Newly minted journalist Ronan Farrow was given the Cronkite Award for Excellence in Exploration and Journalism this week, but he seemed incapable of basic fact checking while interviewing Planned Parenthood President Cecile Richards.
On Friday, Farrow allowed the pro-abortion Richards to get away with this whopper: “We are not a partisan organization. We’re just looking to make sure that people in office respect women’s health and rights.” [See video below. MP3 audio here.]
In reality, 100 percent of Planned Parenthood’s political donations in 2014 have, so far, been to Democrats. In 2010 and 2012, that number was 99 percent. This hardly qualifies as “non-partisan.” However, nothing about Farrow’s questions could be described as journalistic. After praising the liberal group’s effectiveness, Farrow wondered, “Why do you think that is? Why have you think you’ve been so successful in the past?”
Just after Richards touted the political neutrality of her organization, Farrow tossed a softball about the very Republican Texas:
RONAN FARROW: I want to ask you specifically about Texas. It’s become such a critical battleground over this issue. Since her filibuster, Wendy Davis has been nicknamed, quote, ‘abortion Barbie.’ What’s your group’s next step in Texas?
The supposedly non-partisan Richards attacked Rick Perry: “…Over the last few years under Governor Perry there’s been an all-out assault on women’s health care access.”
After the Planned Parenthood president mentioned her mother and the former Democratic governor of Texas, Ann Richards, Farrow praised, “And I am a fan of hers, personally.”
Is this journalism in the style of Walter Cronkite?
A partial transcript of the February 28 segment is below:
RONAN FARROW: According to the Sunlight Foundation, Planned Parenthood was actually the most successful lobby during the 2012 election. Ninety eight percent of your money was spent on winning candidates. So, you have a good track record on this. Why do you think that is? Why have you think you’ve been so successful in the past?
CECILE RICHARDS: Well, I think because we actually represent millions and millions of American women and they respect us, think of us primarily as a health care provider which we are. We are not a partisan organization. We’re just looking to make sure that people in office respect women’s health and rights. And I think one of the things you’ll see in November that we’re seeing now is that it has been a war, not only on reproductive rights but, frankly, access to birth control. This seems to continue to be an issue that candidates are pushing. Folks in this country, and particularly young women and men, cannot understand why any politician would be against them getting access to birth control. But I’m telling you, this is going to be an issue in November.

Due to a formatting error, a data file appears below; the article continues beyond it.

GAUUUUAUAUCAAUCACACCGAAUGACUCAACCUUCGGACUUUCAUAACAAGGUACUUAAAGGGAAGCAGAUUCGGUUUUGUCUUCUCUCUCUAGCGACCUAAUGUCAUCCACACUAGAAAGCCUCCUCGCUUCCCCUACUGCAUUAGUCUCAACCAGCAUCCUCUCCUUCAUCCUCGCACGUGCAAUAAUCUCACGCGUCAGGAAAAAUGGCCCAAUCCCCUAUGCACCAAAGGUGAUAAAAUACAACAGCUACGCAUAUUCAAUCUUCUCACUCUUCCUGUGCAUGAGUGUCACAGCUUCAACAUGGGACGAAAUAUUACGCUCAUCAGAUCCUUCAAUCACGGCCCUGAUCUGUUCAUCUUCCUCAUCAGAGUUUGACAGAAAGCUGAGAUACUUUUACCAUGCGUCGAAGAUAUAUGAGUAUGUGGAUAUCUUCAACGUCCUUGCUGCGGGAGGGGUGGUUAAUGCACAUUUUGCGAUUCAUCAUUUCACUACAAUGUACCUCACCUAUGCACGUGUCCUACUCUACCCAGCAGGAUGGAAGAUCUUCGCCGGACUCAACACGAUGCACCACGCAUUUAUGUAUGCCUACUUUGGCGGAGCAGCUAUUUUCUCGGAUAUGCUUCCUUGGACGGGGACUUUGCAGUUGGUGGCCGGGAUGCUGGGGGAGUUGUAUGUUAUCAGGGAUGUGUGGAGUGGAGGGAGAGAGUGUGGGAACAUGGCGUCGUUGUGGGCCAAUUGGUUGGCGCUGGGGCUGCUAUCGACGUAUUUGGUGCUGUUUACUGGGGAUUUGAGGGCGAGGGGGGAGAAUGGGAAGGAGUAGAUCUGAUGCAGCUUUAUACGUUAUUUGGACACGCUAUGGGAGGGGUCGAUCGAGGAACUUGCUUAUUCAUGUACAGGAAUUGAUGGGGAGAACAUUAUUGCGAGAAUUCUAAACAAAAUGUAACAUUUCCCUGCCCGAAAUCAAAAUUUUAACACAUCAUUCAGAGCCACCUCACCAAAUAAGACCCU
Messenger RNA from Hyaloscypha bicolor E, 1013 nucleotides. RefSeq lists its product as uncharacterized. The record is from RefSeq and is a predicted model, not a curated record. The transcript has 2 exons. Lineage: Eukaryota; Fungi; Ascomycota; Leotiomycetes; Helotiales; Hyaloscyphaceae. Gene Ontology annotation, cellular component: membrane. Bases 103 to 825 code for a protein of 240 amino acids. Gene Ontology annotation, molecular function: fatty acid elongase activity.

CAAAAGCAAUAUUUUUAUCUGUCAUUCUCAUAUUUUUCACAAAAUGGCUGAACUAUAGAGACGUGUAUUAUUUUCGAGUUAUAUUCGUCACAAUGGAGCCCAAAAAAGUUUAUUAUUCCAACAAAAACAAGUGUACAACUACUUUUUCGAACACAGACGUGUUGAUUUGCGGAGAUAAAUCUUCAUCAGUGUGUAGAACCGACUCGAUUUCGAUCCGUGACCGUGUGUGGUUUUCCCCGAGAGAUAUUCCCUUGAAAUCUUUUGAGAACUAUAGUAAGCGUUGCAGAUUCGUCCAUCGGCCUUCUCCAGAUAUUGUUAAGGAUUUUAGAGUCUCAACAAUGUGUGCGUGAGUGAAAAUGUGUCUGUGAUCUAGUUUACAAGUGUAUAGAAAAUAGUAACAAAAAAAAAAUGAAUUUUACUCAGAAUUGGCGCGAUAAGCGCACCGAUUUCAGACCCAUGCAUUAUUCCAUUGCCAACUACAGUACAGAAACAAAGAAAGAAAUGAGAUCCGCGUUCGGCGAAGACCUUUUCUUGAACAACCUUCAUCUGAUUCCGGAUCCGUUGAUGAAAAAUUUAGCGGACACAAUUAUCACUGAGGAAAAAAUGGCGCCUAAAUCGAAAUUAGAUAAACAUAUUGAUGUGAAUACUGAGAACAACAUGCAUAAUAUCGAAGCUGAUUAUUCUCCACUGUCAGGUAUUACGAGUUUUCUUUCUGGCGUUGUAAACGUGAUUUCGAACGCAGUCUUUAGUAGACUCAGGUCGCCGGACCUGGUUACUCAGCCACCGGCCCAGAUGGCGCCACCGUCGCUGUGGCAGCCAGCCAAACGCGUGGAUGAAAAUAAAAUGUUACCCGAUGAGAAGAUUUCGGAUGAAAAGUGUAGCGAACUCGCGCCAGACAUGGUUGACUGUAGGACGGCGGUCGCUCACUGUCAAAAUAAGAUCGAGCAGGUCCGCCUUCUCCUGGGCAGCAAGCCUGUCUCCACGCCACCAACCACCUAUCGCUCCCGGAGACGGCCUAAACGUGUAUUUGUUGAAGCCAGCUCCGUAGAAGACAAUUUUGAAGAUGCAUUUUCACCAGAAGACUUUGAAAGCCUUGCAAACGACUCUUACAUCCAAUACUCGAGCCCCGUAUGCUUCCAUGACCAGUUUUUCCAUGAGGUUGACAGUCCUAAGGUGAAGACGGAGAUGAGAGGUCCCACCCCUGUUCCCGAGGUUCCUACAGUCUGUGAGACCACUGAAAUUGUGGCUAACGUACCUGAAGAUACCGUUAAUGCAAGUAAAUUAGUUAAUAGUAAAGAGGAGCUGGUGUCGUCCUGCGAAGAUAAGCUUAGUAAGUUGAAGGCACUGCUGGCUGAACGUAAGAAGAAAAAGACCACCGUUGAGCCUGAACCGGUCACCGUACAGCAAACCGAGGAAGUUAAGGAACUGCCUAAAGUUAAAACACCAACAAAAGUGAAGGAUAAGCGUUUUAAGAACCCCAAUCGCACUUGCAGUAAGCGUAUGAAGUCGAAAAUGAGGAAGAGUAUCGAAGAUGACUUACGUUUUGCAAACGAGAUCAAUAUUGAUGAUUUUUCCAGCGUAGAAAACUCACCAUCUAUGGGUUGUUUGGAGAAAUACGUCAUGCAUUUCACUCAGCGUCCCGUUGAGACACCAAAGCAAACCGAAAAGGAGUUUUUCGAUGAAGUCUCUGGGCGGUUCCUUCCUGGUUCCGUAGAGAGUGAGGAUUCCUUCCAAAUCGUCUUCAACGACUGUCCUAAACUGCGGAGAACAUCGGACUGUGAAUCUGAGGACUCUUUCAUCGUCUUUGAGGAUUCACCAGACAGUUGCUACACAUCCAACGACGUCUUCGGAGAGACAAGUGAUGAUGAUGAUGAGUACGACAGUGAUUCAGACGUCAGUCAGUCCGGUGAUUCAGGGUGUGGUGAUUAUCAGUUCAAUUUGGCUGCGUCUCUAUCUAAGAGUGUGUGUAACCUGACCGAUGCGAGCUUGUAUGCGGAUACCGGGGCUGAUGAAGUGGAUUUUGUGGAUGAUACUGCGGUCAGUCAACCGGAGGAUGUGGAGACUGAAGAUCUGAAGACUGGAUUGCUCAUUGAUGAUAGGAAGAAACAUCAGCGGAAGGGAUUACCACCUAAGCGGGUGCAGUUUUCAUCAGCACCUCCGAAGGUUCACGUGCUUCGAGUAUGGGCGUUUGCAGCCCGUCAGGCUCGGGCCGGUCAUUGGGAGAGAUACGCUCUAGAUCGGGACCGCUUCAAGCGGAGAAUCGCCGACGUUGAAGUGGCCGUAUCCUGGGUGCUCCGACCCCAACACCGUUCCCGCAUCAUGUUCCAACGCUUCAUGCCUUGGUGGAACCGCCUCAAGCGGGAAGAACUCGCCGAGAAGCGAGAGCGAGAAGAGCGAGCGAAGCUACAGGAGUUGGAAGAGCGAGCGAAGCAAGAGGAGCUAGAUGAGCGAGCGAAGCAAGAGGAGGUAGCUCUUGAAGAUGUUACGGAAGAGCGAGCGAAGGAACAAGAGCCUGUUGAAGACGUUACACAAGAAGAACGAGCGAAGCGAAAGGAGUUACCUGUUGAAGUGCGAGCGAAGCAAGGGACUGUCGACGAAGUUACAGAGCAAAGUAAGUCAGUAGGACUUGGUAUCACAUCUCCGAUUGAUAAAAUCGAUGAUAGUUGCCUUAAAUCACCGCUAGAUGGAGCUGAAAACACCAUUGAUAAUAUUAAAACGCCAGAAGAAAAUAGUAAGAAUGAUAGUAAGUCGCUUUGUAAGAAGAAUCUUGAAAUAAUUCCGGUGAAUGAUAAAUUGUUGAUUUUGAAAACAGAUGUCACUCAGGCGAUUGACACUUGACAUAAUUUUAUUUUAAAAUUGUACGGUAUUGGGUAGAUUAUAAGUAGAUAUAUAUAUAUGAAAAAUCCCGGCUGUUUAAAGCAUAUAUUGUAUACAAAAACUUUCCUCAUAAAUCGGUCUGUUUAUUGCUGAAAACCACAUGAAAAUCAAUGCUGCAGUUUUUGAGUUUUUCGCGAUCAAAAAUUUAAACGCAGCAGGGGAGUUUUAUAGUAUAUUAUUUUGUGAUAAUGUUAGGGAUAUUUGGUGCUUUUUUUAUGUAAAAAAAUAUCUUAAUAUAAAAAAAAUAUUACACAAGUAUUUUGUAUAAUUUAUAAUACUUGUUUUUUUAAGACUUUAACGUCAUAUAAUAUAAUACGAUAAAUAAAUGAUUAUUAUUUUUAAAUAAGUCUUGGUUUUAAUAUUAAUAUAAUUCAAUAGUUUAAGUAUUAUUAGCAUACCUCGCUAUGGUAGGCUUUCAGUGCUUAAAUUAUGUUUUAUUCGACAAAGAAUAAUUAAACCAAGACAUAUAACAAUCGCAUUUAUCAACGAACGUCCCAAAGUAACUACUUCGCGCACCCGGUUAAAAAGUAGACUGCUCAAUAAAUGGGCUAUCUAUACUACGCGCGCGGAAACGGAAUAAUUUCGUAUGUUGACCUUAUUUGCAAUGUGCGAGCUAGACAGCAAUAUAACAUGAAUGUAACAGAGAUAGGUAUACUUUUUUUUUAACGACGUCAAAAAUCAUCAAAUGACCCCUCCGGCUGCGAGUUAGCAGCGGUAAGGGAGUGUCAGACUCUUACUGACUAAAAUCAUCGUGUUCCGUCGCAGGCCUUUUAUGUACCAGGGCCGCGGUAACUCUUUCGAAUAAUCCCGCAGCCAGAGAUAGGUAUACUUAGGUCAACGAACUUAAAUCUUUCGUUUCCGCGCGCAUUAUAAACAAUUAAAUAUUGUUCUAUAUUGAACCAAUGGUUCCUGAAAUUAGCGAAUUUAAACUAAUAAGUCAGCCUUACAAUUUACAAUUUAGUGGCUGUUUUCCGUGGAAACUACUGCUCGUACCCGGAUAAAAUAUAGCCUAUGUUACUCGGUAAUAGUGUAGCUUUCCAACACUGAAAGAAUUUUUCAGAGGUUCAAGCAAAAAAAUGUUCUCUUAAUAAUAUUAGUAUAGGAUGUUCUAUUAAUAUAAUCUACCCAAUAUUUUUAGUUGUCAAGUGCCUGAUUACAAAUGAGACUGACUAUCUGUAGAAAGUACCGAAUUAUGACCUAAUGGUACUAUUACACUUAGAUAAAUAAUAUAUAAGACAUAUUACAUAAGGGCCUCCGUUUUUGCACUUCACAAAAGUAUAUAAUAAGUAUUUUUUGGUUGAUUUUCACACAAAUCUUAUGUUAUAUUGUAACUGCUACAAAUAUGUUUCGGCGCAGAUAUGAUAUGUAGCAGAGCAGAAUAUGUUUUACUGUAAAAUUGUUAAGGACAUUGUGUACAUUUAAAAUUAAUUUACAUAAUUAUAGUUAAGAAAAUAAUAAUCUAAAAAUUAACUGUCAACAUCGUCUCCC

FARROW: I want to ask you specifically about Texas. It’s become such a critical battleground over this issue. Since her filibuster, Wendy Davis has been nicknamed, quote, ‘abortion Barbie.’ What’s your group’s next step in Texas?
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RICHARDS: Well, Texas is a really important state, obviously important to me because it’s my home state. It is a state where Planned Parenthood has been a health care provider for 75 years. We are one of the largest providers of preventive health care, but over the last few years under Governor Perry there’s been an all-out assault on women’s health care access. Thousands of women have lost access to basic preventive care. So, these are issues that are going to be front and center in the gubernatorial race and in a lot of down ballot races and very clear distinction between Senator Davis and her opponent. And I believe that, again, women are paying attention in a way in Texas that perhaps they haven’t since my mom ran for governor a couple of decades ago.
FARROW: And I am a fan of hers, personally.
LifeNews.com Note: Scott Whitlock is a news analyst for the Media Research Center and a contributing writer to NewsBusters, its blog where this item first appeared. Scott’s blogs have been featured in the “Inside Politics” section of the Washington Times and linked to on the Drudge Report. He is a graduate of George Mason University.